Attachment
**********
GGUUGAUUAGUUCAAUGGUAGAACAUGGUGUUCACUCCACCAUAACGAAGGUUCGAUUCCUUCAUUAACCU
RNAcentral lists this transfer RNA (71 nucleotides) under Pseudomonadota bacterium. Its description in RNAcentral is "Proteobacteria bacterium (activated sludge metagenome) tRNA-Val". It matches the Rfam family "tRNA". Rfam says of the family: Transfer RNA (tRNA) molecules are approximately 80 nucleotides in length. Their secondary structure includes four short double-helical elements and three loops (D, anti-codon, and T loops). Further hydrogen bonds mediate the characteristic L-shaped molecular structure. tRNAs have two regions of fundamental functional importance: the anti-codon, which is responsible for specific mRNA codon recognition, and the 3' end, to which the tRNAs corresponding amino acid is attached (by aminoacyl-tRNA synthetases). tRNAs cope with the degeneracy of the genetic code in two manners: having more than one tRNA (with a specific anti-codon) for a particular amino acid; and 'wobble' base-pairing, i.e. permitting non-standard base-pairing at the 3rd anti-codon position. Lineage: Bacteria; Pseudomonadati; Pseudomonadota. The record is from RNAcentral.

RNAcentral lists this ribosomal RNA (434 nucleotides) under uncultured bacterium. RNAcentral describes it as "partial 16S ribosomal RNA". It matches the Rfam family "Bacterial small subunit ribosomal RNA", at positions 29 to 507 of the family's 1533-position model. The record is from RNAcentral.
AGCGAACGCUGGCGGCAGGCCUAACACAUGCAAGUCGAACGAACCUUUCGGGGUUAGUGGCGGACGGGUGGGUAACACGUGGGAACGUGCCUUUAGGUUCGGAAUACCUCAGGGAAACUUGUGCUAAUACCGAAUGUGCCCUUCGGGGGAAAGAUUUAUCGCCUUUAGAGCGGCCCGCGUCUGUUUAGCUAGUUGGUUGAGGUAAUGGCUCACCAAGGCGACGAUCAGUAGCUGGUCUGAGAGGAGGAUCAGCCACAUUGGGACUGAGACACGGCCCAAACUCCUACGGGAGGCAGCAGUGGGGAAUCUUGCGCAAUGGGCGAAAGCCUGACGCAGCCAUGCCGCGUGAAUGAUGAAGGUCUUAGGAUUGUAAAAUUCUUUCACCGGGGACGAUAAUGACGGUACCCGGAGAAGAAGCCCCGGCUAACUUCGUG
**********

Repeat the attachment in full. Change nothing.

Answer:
GGUUGAUUAGUUCAAUGGUAGAACAUGGUGUUCACUCCACCAUAACGAAGGUUCGAUUCCUUCAUUAACCU
RNAcentral lists this transfer RNA (71 nucleotides) under Pseudomonadota bacterium. Its description in RNAcentral is "Proteobacteria bacterium (activated sludge metagenome) tRNA-Val". It matches the Rfam family "tRNA". Rfam says of the family: Transfer RNA (tRNA) molecules are approximately 80 nucleotides in length. Their secondary structure includes four short double-helical elements and three loops (D, anti-codon, and T loops). Further hydrogen bonds mediate the characteristic L-shaped molecular structure. tRNAs have two regions of fundamental functional importance: the anti-codon, which is responsible for specific mRNA codon recognition, and the 3' end, to which the tRNAs corresponding amino acid is attached (by aminoacyl-tRNA synthetases). tRNAs cope with the degeneracy of the genetic code in two manners: having more than one tRNA (with a specific anti-codon) for a particular amino acid; and 'wobble' base-pairing, i.e. permitting non-standard base-pairing at the 3rd anti-codon position. Lineage: Bacteria; Pseudomonadati; Pseudomonadota. The record is from RNAcentral.

RNAcentral lists this ribosomal RNA (434 nucleotides) under uncultured bacterium. RNAcentral describes it as "partial 16S ribosomal RNA". It matches the Rfam family "Bacterial small subunit ribosomal RNA", at positions 29 to 507 of the family's 1533-position model. The record is from RNAcentral.
AGCGAACGCUGGCGGCAGGCCUAACACAUGCAAGUCGAACGAACCUUUCGGGGUUAGUGGCGGACGGGUGGGUAACACGUGGGAACGUGCCUUUAGGUUCGGAAUACCUCAGGGAAACUUGUGCUAAUACCGAAUGUGCCCUUCGGGGGAAAGAUUUAUCGCCUUUAGAGCGGCCCGCGUCUGUUUAGCUAGUUGGUUGAGGUAAUGGCUCACCAAGGCGACGAUCAGUAGCUGGUCUGAGAGGAGGAUCAGCCACAUUGGGACUGAGACACGGCCCAAACUCCUACGGGAGGCAGCAGUGGGGAAUCUUGCGCAAUGGGCGAAAGCCUGACGCAGCCAUGCCGCGUGAAUGAUGAAGGUCUUAGGAUUGUAAAAUUCUUUCACCGGGGACGAUAAUGACGGUACCCGGAGAAGAAGCCCCGGCUAACUUCGUG